The aim of the legislation is for 'a penalty regime that is fair, effective and influences behaviour balanced by aligned taxpayer safeguards.'

The first new penalty which will be brought in is in relation to the late payment of in year PAYE payments. The penalties will apply from April 2010 and will be brought in based on a risk based approach. The penalties introduced for the late payment of PAYE are similar to current VAT penalties. The amount of the penalty levied will depend on the number of defaults in any 12 month period. The first time the taxpayer defaults, there will be no penalty raised.

A second late payment and any subsequent failures in the default period will attract a 2% penalty on the unpaid tax. Further penalties of 5% will be applied to any amounts outstanding six and 12 months following their due date.

The other penalty provisions will be brought into effect by a series of Treasury Orders which will specify the dates from which they have effect. In relation to corporation tax penalties, they will be aligned with Income tax self assessment penalties and surcharges for late payments of income tax. Penalties of 5% will be levied on the amount of unpaid tax on the filing date of the return, ie one year following the accounting year end. There will then be further 5% penalties on corporation tax still outstanding six months and 12 months following the first surcharge.

There were specific announcements that these penalties will not apply to any liabilities which are delayed under the Business Payment Support Service and it has been confirmed that this exemption will be included within statute.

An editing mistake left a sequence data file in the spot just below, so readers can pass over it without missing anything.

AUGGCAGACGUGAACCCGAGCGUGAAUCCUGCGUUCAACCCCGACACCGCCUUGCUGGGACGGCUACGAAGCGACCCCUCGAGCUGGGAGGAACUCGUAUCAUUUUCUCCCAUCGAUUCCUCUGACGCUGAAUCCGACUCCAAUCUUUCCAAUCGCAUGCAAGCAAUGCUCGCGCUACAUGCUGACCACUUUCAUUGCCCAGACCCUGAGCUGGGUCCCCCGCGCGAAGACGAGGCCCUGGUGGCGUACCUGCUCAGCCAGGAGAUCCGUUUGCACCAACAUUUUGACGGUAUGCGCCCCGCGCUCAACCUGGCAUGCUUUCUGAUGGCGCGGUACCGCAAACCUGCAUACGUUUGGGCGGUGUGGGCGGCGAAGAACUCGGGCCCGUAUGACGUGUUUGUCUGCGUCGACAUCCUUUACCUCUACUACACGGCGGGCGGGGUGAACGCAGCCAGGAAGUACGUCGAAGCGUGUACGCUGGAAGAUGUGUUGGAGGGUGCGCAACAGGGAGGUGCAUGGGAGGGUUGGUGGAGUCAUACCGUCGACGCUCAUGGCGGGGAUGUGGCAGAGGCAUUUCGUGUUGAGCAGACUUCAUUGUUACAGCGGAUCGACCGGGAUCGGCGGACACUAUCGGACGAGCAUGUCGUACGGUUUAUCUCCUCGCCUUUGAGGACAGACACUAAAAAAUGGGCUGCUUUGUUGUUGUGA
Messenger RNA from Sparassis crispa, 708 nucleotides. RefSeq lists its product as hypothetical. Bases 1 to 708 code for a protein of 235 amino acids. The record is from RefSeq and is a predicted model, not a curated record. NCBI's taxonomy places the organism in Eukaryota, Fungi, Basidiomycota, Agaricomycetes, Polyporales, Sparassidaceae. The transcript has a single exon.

Where businesses cannot pay their taxes as they fall due, it will therefore be very important that payment arrangements are agreed in advance to avoid generating further liabilities.

Interest on late payments of tax

Legislation will be introduced in the Finance Bill 2009 to harmonise the interest regime on all taxes other than corporation tax and petroleum revenue tax, which will be amended in the Finance Bill 2010.

Amendments to interest on corporation tax quarterly instalment payments (QIPs) will be included in Finance Bill 2009.

As an interim measure, the interest rates charged by and received from HMRC will mainly be aligned by Treasury Orders which will specify the date on which they have effect shortly following the Royal Assent of the Finance Bill (usually around the end of July).

The full suite of changes will, however, be brought in over a number of years to allow HMRC to adapt its internal systems. The first change will apply to interest on in year PAYE and will be introduced using a risk based approach, from April 2010.

The new measures will allow for interest rates to be linked to the Bank of England base rate, and will be automatically amended 13 working days following any changes in the base rate. Interest rates on QIPs will be different from interest rates on the other taxes, but will still be linked to the Bank of England base rate. The actual rates to be charged have not yet been announced.